Spanish Colonial culture is at the core of Nancy Friedemann-Sanchez’ practice. She lays bare a centuries-old history that is neither diluted nor forgotten but is remembered in specific objects. One is easily entranced by how seamlessly this historical tension is as much a part of the scenery as is its captured beauty.
The history of the Spaniards influence on Central American culture is now fully ingrained and Friedemann-Sanchez neither hides nor exaggerates this influence. The large-scale of her paintings appear as a historical reckoning. Their beauty is undeniable, but closer inspection reveals these influences have infiltrated and altered the original landscape. The artist deftly considers these changes with a subtle critique.
As a series, the paintings contain several similarities. The flora and fauna might change and you soon notice tiny figures with guns throughout these works. These armed men and the drones that buzz about the paintings allude to the Colombian Conflict, which has been ongoing since 1964. Subtle, discreet, but very present everywhere, they are a portrayal of a history that superficially appears as a naturally occurring effect. But the artists’ small depictions present a very steep infiltration occurring over centuries.
Too, hollow serpents wend their way around the central images of plants. The plants are exactly the place for the serpents to inhabit. When not directly within the flora, they are on the borders as well, waiting to strike. For the viewer to see them on the periphery speaks to the invasive forces of chaos and militarization. This historical contextualization Friedemann-Sánchez presents to us is an overwhelming presence of forces that exemplify the trauma of colonization that extended all the way north to Mexico with the Fall of Tenochtitlan around 1521, where the Spanish seized access to the Pacific Ocean, creating new routes to Asia. It’s exhausting and as a naturally occurring environment, leaving pause to question what the landscape might otherwise look like if an invasion of centuries past had never occurred.
Friedemann-Sánchez maintains a flattened, tonal perspective on her paintings to offer a resolute and unadorned version of this history lesson. The colors don’t pop off the black-toned Tyvek panels, they’re anchored as collage pieces. You can see the points up close where these panels create a dimensional ability to possibly come undone and float away. Changes aren’t permanent and even the invaders can reconsider is the message I am receiving. The artist herself says, Tyvek is not paper, its use is “multi-determined.” Speaking with the artist via email, she notes the resilience of Tyvek’s archival properties. Similar to “the resilience of someone who migrates and moves around. The material is industrial and creates a bridge to the past; it makes use of contemporary technologies.” The colonists who migrated had their own cultural adapting. It was necessary to change from their accustomed Arabic and European pigments to egg and other local materials to create botanical illustrations. “In doing so, they transformed a tradition.”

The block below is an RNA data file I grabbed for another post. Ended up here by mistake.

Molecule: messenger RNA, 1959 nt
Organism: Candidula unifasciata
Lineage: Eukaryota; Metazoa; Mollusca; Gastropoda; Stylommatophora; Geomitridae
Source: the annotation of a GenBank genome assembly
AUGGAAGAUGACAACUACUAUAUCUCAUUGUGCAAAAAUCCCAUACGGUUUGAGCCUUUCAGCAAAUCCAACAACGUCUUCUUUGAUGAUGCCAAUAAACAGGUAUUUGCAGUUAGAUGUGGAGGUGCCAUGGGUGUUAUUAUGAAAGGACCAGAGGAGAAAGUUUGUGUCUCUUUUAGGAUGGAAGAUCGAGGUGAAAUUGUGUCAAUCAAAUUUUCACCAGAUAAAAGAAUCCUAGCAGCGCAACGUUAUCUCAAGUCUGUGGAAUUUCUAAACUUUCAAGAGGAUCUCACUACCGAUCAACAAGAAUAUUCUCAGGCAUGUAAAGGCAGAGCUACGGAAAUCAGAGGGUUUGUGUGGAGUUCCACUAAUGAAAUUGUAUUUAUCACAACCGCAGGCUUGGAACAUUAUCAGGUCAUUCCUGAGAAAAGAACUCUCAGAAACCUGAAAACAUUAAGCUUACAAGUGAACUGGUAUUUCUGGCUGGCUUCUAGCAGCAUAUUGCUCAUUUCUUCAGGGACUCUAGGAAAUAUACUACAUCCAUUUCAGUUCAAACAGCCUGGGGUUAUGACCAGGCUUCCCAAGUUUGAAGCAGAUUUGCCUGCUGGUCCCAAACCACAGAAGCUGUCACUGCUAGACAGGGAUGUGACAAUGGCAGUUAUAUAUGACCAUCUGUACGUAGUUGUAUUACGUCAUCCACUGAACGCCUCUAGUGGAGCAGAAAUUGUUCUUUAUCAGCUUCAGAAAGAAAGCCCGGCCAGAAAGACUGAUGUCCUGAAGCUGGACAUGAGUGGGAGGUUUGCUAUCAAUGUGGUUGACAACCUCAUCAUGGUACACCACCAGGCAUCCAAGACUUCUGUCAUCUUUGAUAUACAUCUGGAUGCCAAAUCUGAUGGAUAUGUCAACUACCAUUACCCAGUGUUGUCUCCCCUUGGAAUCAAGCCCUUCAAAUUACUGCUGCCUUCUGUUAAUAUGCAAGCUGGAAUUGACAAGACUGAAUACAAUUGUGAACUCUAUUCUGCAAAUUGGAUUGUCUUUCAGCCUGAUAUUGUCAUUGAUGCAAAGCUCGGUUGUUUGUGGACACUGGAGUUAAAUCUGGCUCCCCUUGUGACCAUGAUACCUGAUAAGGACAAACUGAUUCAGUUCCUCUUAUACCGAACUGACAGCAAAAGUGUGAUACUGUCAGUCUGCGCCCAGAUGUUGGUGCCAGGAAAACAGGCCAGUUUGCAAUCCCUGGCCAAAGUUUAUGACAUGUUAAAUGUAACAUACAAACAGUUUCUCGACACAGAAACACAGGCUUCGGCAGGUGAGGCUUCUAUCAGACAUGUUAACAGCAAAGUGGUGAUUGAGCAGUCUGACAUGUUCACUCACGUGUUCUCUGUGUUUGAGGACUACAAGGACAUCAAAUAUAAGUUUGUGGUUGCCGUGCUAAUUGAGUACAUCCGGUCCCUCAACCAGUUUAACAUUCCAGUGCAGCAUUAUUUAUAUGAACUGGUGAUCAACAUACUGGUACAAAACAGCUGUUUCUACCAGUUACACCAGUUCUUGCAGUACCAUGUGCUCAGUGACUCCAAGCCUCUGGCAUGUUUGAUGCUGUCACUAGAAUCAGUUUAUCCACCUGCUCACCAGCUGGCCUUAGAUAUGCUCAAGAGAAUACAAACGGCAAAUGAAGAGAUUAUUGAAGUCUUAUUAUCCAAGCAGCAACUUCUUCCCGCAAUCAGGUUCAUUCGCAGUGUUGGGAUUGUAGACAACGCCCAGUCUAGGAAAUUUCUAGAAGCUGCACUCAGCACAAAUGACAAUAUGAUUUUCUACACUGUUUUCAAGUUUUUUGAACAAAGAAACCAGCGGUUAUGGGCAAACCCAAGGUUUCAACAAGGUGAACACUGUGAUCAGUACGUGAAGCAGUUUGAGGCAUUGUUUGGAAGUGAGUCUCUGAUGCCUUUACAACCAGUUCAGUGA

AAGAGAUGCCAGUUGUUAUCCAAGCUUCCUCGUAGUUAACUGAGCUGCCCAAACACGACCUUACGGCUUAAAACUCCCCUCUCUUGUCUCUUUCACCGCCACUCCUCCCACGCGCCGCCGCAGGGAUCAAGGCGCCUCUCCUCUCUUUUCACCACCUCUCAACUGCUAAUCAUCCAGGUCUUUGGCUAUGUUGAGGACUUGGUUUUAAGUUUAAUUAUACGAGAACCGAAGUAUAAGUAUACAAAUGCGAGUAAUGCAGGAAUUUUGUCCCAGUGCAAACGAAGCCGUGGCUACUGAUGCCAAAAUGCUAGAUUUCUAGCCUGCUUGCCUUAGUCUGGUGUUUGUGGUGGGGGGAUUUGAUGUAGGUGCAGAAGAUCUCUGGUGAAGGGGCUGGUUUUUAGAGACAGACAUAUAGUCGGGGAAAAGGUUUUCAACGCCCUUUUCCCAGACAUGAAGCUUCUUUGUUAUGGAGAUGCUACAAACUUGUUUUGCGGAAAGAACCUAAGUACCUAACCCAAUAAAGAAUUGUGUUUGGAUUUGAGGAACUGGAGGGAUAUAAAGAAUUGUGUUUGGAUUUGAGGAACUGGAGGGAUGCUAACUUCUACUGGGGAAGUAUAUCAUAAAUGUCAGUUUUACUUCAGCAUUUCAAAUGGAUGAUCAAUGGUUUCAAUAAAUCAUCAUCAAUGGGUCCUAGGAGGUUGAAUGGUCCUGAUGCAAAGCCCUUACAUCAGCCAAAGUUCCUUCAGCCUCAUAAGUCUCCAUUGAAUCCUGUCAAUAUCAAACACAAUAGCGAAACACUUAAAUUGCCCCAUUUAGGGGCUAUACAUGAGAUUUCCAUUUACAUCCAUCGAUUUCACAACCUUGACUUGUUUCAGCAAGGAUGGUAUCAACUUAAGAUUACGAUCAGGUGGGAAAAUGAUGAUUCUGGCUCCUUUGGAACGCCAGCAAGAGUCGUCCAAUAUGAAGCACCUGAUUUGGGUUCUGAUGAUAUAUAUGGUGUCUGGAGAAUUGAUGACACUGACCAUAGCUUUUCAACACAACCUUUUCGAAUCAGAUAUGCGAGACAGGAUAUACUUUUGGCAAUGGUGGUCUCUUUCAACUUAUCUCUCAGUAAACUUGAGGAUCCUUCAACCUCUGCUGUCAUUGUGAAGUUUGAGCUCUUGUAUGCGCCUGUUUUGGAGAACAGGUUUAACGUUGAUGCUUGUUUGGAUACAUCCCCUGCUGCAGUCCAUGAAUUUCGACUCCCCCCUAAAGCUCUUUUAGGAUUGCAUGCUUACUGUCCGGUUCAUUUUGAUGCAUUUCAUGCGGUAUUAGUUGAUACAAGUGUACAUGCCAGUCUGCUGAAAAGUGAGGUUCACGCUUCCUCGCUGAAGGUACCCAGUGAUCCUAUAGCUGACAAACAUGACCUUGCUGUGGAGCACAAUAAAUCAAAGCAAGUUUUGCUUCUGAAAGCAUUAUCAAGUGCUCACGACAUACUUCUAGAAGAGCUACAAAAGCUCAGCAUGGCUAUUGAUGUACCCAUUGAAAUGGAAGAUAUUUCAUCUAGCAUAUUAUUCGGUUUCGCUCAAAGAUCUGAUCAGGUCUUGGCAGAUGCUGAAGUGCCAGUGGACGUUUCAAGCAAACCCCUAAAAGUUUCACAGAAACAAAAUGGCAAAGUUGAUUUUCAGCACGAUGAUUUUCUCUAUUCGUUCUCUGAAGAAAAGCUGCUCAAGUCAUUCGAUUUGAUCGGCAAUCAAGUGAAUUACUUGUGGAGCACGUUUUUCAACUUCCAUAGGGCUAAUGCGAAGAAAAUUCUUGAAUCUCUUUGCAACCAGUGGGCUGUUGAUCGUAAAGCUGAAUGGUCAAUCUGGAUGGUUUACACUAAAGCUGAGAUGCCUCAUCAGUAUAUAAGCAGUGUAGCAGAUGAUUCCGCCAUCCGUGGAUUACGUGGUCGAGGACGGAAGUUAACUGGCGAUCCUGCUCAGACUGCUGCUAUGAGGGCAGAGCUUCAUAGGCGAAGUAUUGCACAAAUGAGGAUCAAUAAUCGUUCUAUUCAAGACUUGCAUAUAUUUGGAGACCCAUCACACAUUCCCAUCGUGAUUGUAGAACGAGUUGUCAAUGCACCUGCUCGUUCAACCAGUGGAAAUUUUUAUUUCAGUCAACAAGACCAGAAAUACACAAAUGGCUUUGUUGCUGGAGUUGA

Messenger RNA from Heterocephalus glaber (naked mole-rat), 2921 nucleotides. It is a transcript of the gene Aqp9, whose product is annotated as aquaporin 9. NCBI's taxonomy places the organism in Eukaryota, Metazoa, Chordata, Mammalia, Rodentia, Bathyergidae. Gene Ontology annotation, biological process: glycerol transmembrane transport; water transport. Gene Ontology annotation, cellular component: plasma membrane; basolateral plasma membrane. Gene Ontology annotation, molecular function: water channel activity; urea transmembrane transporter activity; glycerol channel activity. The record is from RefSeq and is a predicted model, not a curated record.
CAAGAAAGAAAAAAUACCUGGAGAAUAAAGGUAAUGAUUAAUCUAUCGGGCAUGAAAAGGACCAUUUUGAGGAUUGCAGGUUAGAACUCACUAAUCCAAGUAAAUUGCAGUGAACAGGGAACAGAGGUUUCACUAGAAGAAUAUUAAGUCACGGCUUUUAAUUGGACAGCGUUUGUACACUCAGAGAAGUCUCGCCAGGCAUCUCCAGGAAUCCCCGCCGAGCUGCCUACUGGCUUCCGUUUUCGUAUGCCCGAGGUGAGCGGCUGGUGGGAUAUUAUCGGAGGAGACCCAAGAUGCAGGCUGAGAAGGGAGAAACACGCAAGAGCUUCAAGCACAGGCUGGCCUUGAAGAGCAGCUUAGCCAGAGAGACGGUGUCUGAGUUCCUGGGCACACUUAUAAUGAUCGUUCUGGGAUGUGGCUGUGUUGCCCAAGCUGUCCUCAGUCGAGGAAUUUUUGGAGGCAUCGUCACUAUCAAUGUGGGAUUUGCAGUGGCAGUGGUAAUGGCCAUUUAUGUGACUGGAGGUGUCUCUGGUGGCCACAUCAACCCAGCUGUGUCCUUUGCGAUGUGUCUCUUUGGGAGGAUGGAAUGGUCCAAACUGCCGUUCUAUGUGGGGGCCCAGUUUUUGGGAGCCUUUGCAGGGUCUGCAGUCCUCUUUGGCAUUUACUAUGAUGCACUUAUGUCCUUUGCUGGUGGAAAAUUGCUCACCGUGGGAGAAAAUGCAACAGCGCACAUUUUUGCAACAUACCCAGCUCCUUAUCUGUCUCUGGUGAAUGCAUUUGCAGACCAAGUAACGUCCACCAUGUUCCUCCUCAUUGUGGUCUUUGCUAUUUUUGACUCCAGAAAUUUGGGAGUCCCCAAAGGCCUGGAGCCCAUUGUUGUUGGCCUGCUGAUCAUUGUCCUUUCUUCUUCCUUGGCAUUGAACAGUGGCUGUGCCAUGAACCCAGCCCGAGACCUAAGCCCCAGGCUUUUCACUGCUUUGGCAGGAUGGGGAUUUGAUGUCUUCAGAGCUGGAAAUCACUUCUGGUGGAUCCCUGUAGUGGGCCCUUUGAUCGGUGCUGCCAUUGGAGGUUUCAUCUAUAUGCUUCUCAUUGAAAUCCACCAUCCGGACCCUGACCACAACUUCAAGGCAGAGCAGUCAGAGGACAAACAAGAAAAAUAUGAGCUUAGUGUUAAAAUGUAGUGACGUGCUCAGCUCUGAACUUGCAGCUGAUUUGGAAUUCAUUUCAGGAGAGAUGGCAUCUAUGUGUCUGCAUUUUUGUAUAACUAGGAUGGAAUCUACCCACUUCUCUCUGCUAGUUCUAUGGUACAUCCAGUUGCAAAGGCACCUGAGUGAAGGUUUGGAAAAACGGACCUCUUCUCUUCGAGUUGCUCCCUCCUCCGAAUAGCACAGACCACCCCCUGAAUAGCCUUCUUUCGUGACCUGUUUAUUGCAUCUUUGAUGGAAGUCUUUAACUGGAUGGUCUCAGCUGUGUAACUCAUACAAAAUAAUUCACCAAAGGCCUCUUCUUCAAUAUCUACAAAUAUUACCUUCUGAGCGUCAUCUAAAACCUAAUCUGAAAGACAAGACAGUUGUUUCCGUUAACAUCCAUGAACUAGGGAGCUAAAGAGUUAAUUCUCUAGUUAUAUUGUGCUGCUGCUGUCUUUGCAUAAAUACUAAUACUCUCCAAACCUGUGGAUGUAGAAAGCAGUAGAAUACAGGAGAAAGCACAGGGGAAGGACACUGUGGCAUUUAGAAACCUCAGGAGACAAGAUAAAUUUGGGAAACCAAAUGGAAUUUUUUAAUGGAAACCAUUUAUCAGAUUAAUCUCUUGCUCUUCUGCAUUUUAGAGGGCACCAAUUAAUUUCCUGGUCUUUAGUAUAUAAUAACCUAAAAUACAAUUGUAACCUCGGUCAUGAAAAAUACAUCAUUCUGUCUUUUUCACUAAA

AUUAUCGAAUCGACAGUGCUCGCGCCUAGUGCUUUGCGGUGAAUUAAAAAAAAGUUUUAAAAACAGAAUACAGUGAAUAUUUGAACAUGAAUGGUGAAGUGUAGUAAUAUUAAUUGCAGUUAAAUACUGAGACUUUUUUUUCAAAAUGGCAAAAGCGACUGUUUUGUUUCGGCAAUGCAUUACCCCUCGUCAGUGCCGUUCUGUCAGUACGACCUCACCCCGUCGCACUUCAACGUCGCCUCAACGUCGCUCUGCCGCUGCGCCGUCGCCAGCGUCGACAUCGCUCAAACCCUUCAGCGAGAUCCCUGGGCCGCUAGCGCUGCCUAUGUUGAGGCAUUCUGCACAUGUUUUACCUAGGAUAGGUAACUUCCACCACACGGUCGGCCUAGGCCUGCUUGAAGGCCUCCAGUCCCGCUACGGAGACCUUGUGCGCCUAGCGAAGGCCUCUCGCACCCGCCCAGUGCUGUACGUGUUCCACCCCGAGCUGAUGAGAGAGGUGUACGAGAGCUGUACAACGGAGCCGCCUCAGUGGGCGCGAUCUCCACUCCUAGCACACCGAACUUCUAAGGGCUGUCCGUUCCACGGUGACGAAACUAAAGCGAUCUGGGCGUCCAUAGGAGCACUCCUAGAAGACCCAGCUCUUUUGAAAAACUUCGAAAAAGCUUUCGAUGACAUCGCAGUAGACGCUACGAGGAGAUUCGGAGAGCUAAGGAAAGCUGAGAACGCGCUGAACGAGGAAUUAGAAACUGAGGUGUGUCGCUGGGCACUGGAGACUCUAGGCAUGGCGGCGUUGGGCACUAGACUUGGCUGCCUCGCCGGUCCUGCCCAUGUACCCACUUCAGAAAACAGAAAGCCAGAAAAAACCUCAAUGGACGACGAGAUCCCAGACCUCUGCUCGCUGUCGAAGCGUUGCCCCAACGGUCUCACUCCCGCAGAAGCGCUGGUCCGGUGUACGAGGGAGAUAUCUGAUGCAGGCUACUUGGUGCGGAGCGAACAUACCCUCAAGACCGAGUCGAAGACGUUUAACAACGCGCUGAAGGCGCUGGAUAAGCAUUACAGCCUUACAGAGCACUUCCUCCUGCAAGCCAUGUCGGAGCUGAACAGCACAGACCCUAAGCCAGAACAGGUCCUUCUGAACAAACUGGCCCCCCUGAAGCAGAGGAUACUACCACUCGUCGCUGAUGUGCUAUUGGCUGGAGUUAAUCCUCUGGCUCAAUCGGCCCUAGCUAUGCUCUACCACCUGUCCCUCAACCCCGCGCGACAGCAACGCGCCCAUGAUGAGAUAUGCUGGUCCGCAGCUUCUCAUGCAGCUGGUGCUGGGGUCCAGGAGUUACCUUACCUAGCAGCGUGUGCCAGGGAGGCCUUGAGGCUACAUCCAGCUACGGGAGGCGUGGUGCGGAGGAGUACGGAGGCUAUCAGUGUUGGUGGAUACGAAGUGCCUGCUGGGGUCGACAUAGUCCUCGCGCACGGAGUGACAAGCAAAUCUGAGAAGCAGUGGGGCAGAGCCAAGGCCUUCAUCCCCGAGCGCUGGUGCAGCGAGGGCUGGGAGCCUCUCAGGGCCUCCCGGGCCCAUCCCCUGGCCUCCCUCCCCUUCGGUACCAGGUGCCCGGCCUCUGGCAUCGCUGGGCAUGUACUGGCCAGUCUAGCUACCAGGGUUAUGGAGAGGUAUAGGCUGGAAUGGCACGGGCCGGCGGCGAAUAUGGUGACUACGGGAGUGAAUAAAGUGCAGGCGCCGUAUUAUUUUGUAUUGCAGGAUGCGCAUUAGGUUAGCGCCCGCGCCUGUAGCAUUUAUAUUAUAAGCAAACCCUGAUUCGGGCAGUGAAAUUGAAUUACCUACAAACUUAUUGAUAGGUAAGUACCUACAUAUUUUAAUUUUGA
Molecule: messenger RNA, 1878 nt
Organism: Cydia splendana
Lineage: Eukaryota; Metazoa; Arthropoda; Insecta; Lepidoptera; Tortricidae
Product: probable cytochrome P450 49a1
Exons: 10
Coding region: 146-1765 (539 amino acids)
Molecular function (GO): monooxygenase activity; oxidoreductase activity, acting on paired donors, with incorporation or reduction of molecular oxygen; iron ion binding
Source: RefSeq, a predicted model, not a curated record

These are paintings of a scale that is much closer to a political wheatpaste; where nothing is written, but these images of beauty and brutality say far more than any pithy catchphrase. Nor is it necessary to pontificate upon its rationality or even its existence. Freidemann-Sanchez takes us right into the middle of the scenario; not what once was, not what might it have been, but a direct descent into the gullet of present-day.
Viewing this work multiple times is necessary; each visit is a story, a parable, tales of invasion and evolution. The artists’ portrayal of the history of colonization and its violence is alive not only in Colombia but in the United States as well, where violence is a state in which we are far too comfortable. Friedemann-Sánchez presents an understanding that Spanish Colonial Painting is “a patriarchal and ideological tool of subjugation” and everything that is stolen has been stolen before. If history has taught us anything, it’s that civilization is mostly predicated upon the con of changing and protecting history to suit one’s comfort. Friedemann-Sánchez shows us very directly and very specifically, that every garden has its walls.
Cornucopia runs November 2 through December 29, 2018
The Drawing Room at Weinberger Fine Art
1903 Wyandotte Street, Kansas City, MO. 64108